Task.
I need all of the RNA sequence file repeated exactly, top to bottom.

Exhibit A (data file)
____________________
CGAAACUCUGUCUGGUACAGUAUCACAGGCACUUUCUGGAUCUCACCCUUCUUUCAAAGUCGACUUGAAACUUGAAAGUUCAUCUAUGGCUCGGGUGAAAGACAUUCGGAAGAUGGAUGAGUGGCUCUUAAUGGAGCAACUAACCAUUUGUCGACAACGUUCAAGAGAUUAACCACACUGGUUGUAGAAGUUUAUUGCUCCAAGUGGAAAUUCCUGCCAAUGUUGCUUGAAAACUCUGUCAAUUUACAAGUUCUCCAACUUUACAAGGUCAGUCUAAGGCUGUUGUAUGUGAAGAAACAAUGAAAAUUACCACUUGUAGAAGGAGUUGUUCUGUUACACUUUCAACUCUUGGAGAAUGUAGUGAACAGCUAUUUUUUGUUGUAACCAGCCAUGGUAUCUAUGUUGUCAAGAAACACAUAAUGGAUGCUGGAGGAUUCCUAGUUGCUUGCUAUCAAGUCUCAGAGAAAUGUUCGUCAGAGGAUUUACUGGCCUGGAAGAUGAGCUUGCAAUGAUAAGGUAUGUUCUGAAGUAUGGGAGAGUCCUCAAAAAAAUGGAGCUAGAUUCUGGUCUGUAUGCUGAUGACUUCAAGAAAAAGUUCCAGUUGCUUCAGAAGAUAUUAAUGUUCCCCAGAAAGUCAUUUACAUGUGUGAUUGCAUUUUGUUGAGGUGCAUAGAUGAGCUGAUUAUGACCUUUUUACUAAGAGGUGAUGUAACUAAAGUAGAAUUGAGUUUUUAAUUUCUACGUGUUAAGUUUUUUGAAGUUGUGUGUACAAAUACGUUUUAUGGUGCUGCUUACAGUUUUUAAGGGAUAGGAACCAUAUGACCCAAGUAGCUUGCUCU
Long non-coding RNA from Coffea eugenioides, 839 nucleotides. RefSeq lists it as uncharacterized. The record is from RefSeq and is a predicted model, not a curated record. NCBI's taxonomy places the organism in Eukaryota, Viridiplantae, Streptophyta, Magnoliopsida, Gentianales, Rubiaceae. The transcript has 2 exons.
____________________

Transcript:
CGAAACUCUGUCUGGUACAGUAUCACAGGCACUUUCUGGAUCUCACCCUUCUUUCAAAGUCGACUUGAAACUUGAAAGUUCAUCUAUGGCUCGGGUGAAAGACAUUCGGAAGAUGGAUGAGUGGCUCUUAAUGGAGCAACUAACCAUUUGUCGACAACGUUCAAGAGAUUAACCACACUGGUUGUAGAAGUUUAUUGCUCCAAGUGGAAAUUCCUGCCAAUGUUGCUUGAAAACUCUGUCAAUUUACAAGUUCUCCAACUUUACAAGGUCAGUCUAAGGCUGUUGUAUGUGAAGAAACAAUGAAAAUUACCACUUGUAGAAGGAGUUGUUCUGUUACACUUUCAACUCUUGGAGAAUGUAGUGAACAGCUAUUUUUUGUUGUAACCAGCCAUGGUAUCUAUGUUGUCAAGAAACACAUAAUGGAUGCUGGAGGAUUCCUAGUUGCUUGCUAUCAAGUCUCAGAGAAAUGUUCGUCAGAGGAUUUACUGGCCUGGAAGAUGAGCUUGCAAUGAUAAGGUAUGUUCUGAAGUAUGGGAGAGUCCUCAAAAAAAUGGAGCUAGAUUCUGGUCUGUAUGCUGAUGACUUCAAGAAAAAGUUCCAGUUGCUUCAGAAGAUAUUAAUGUUCCCCAGAAAGUCAUUUACAUGUGUGAUUGCAUUUUGUUGAGGUGCAUAGAUGAGCUGAUUAUGACCUUUUUACUAAGAGGUGAUGUAACUAAAGUAGAAUUGAGUUUUUAAUUUCUACGUGUUAAGUUUUUUGAAGUUGUGUGUACAAAUACGUUUUAUGGUGCUGCUUACAGUUUUUAAGGGAUAGGAACCAUAUGACCCAAGUAGCUUGCUCU
Long non-coding RNA from Coffea eugenioides, 839 nucleotides. RefSeq lists it as uncharacterized. The record is from RefSeq and is a predicted model, not a curated record. NCBI's taxonomy places the organism in Eukaryota, Viridiplantae, Streptophyta, Magnoliopsida, Gentianales, Rubiaceae. The transcript has 2 exons.